"Walking away seems to be a lost art form."
    N454casull
  • Make_My_DayMake_My_Day Senior Member Posts: 7,911 Senior Member
    I knew that what is in a septic system is dangerous if consumed, but I wasn't sure if the root systems filtered that out or not. I will definitely stay away from that area if I start a garden. I have enough room in the back that I can place the growing area far away from the drainfield. Thanks for the input.
    JOE MCCARTHY WAS RIGHT:
    THE DEMOCRATS ARE THE NEW COMMUNISTS!
  • jbp-ohiojbp-ohio Senior Member Posts: 10,664 Senior Member
    Lush grass over a septic is a sign of a poor draining leach field.


    "The democracy will cease to exist when you take away from those who are willing to work and give to those who would not." Thomas Jefferson
  • Make_My_DayMake_My_Day Senior Member Posts: 7,911 Senior Member
    jbp-ohio said:
    Lush grass over a septic is a sign of a poor draining leach field.


    Yeah, I know. It's been a problem from 3 years after we had the house built. I have to keep dumping septic tank bio-cleaners in the toilet just to keep the water below ground. Part of the problem is that we get torrential downpours often in this area, that will sometimes convert almost all of my back yard into a shallow pond. It usually drains quickly once the rain stops, but still I think the ground is saturated during the summer months. The alternative is replacing the drainfield, which is an expensive proposition.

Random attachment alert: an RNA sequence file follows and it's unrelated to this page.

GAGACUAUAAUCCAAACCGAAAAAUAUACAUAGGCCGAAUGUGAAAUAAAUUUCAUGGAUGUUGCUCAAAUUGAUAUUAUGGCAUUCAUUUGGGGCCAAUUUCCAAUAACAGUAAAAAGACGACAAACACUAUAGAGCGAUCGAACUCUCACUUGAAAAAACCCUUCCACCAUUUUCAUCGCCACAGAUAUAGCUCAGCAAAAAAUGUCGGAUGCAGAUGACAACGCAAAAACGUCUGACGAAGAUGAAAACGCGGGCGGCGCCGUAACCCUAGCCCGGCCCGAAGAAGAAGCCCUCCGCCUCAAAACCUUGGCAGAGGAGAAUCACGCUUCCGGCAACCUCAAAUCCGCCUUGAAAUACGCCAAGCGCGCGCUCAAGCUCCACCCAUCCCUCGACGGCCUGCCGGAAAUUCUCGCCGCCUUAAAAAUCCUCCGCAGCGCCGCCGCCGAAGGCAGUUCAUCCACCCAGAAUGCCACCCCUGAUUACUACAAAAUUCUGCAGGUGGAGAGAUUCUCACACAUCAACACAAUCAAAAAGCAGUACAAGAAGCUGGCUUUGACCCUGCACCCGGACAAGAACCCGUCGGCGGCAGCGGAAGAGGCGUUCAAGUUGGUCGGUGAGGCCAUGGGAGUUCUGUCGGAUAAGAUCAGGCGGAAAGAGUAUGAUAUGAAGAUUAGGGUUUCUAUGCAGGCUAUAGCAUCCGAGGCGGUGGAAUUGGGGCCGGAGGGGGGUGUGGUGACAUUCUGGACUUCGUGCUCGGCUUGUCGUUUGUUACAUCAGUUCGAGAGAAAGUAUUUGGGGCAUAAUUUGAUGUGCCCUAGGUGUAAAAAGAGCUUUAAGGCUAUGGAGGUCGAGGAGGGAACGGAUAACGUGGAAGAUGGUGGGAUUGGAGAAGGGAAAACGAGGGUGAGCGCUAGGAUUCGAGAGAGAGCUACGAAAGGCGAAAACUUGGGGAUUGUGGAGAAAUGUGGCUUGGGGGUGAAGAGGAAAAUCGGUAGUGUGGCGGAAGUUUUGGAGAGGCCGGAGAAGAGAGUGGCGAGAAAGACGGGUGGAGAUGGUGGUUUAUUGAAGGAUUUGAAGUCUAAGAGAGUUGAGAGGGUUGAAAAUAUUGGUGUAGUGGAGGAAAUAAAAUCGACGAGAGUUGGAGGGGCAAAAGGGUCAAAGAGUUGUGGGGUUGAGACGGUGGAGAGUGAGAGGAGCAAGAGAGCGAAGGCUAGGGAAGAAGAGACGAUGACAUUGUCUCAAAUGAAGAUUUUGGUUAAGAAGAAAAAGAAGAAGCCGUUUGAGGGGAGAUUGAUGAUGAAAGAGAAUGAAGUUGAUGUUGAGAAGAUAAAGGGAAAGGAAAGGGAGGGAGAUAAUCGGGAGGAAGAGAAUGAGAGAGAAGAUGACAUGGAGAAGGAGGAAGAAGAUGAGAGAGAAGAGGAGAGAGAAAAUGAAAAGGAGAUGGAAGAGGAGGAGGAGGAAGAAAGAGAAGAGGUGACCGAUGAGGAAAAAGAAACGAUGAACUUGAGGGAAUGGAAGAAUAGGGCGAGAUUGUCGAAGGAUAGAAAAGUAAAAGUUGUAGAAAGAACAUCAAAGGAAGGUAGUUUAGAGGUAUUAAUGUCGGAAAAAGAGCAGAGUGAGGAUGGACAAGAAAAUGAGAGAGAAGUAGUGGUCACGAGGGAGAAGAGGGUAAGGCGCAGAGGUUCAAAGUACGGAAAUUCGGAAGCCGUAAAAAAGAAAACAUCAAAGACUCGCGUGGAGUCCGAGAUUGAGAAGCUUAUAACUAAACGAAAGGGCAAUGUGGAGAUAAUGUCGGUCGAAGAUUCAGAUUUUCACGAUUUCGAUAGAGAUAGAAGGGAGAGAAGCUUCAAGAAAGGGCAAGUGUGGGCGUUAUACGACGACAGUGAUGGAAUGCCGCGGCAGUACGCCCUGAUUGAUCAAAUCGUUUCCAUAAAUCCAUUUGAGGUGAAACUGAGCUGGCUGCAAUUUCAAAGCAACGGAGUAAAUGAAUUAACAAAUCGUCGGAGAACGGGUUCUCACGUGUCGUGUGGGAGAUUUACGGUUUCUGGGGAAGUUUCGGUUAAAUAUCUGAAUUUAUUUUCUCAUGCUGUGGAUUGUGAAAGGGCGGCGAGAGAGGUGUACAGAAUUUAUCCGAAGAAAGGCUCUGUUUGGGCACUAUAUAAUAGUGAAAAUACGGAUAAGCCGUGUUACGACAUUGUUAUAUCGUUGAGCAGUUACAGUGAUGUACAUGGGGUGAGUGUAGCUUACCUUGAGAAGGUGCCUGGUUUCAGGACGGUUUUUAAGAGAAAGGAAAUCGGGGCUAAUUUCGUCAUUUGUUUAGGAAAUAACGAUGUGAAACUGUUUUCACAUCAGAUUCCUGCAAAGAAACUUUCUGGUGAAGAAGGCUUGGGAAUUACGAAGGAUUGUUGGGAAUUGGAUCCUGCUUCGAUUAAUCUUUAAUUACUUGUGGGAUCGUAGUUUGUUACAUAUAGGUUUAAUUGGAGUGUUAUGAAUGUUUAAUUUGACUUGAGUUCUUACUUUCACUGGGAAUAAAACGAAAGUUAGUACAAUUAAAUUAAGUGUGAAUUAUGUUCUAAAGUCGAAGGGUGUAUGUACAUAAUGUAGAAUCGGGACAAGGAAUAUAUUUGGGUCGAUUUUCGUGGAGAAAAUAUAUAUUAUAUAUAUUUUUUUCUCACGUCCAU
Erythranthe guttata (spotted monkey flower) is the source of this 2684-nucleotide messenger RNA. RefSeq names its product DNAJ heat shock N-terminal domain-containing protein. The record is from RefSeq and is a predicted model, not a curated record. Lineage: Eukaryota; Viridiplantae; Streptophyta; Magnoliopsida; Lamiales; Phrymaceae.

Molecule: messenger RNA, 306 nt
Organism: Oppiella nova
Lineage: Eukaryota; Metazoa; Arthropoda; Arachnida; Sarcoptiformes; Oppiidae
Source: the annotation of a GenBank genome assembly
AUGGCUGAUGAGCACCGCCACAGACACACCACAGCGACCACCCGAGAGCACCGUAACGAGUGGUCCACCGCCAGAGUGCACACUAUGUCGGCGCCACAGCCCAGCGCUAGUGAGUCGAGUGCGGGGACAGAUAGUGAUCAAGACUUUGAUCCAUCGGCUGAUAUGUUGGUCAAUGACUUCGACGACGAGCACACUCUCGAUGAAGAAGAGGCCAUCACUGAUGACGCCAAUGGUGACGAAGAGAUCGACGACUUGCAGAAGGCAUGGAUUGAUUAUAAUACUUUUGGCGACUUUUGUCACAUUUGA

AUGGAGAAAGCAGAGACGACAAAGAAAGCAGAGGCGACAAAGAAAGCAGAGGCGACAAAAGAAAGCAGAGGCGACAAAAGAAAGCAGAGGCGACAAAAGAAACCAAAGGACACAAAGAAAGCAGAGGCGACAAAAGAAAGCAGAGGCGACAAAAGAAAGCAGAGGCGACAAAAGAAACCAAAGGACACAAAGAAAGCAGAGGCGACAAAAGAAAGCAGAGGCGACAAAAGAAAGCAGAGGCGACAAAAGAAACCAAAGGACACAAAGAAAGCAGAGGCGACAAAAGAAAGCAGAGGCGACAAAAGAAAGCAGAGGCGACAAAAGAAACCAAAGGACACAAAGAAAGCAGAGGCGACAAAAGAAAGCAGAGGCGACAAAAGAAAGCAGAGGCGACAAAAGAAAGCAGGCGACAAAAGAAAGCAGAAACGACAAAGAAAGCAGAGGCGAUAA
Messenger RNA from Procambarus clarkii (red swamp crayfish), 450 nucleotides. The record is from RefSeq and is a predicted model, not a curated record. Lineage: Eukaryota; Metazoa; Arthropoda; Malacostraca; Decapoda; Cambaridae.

JOE MCCARTHY WAS RIGHT:
    THE DEMOCRATS ARE THE NEW COMMUNISTS!
  • zorbazorba Senior Member Posts: 24,985 Senior Member
    Here's another thought. Divert your greywater, particularly from the washing machine. My father and I both did this back in the day, used the water to hydrate our ground cover on the lower banks of the fill pads our homes were on. In my case, it stopped an overflowing leach system cold - never had another problem with it. Washing machine puts a butt load of water into the system. Use a good root killer in the tank - and Roebic twice a year to keep it perking!
    -Zorba, "The Veiled Male"

    "If you get it and didn't work for it, someone else worked for it and didn't get it..."
    )O(
  • Make_My_DayMake_My_Day Senior Member Posts: 7,911 Senior Member
    zorba said:
    Here's another thought. Divert your greywater, particularly from the washing machine. My father and I both did this back in the day, used the water to hydrate our ground cover on the lower banks of the fill pads our homes were on. In my case, it stopped an overflowing leach system cold - never had another problem with it. Washing machine puts a butt load of water into the system. Use a good root killer in the tank - and Roebic twice a year to keep it perking!